Almost every other day, according to Bernard (Bud) Simpson of Occoquan, a car runs off of Davis Ford Road and lands in his front yard. Angered by the recurring accidents, Davis has waged a 14-month battle against the Virginia Department of Highways and Transportation, which has a plan to bring the road even closer to his residence.
"Just the other day, I had to help push a Prince William County Police car out of my front yard. This is getting ridiculous," Simpson said.
"Not a week goes by without someone ending up in my front yard."
Simpson lives in a white colonial house at 1523 Davis Ford Rd. (Rte. 641) near Rte. 123 in Prince William. His house is 45 feet from the highway, but the state is planning to bring the road within 15 feet of his house.
Since 1975, 38 accidents have occurred in the sharp curve fronting the Davis residence, according to statistics from the Virginia Department of Highways and Transportation. Simpson says the number is much higher.
Simpson, a marketing specialist, moved into the house in December 1975, after inheriting it from his father. With the help of his wife, Joan, and their two daughters, Simpson renovated the 200-year-old structure.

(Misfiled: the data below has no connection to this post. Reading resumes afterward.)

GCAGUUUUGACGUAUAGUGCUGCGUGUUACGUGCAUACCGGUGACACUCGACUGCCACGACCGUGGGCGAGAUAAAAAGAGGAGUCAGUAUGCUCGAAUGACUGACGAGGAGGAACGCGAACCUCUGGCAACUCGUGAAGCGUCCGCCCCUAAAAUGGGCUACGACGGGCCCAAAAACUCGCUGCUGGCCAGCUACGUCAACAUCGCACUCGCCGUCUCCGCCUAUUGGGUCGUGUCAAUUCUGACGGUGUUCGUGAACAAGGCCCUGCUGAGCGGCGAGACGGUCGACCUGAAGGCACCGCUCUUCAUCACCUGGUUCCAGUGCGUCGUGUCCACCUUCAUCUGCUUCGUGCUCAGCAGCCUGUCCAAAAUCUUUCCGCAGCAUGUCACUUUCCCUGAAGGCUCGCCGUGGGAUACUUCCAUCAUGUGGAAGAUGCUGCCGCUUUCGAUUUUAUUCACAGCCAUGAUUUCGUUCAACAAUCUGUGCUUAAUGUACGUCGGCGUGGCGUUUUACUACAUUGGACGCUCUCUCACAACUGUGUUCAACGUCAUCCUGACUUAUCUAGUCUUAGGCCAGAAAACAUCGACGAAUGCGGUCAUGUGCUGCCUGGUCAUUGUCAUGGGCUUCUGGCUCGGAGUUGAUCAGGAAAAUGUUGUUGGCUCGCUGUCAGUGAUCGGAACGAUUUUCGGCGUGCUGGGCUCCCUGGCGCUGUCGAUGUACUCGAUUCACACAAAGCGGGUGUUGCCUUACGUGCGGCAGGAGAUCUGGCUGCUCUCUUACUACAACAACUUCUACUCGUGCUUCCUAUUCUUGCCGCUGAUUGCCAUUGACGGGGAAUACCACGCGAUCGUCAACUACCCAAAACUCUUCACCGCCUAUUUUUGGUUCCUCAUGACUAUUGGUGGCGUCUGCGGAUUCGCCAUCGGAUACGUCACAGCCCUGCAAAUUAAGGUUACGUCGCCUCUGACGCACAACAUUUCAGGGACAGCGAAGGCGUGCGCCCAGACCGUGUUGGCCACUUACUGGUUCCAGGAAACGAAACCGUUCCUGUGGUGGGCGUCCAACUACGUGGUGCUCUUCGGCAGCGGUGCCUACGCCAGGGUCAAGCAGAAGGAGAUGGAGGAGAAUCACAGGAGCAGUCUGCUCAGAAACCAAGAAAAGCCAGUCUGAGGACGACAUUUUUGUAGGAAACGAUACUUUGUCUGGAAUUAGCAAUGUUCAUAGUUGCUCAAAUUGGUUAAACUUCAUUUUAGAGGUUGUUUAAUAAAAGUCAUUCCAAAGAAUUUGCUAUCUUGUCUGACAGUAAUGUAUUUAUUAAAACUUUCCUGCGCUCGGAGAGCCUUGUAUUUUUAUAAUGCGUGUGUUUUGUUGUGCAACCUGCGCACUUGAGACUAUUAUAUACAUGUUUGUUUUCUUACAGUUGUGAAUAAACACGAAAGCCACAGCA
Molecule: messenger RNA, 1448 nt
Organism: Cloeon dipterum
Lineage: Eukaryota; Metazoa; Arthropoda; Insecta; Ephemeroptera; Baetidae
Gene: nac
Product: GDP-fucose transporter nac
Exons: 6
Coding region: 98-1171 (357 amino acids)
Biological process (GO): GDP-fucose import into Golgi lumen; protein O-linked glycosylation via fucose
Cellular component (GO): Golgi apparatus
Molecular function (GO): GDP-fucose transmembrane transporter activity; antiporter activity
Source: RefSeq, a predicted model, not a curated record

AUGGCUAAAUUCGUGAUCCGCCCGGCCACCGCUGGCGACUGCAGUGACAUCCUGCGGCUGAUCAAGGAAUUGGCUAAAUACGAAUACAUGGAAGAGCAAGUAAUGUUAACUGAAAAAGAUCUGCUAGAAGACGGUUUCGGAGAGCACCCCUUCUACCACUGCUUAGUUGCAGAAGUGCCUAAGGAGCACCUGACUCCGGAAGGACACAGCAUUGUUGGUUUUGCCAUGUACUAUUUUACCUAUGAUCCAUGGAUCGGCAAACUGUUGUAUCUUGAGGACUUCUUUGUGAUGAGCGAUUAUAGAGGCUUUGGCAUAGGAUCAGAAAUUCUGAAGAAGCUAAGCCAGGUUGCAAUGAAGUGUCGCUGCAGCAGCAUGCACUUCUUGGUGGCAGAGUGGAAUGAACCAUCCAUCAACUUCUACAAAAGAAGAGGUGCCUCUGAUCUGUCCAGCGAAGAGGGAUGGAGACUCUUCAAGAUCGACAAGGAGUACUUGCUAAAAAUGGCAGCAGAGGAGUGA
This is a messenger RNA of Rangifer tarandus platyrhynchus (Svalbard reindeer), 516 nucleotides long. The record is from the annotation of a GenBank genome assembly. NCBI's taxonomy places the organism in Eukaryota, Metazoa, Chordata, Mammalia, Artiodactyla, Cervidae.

Davis Ford Road is one of the most highly traveled roads in Prince William. In addition to serving as the primary link to the western end of the county and the county seat in Manassas, Davis Ford Road is a back door entrance to the bedroom community of Dale City.
The state highway department has approved plans to widen the existing two-lane roadway into a four-lane highway. The new construction would involve 1.3 miles and cost an estimated $1.3 million, according to Jeff Middlebrooks, the head of the county planning office.
Simpson is in favor of widening the road, but he wants the state to change its plans.
Instead of carving away 30 of the 45 feet separating him from the highway, Simpson wants the road moved to the north toward the community of Elysian Woods. According to Simpson, if the highway department plans were altered to reduce the severity of the curve in the road, fewer wrecks would occur.
Middlebrooks said the state is approximately one year away from awarding a contract to start construction.
According to Kathleen Seefeldt, chairman of the Prince William Board of Supervisors, any changes by the state in the approved plans would be done by the state "as a courtesy."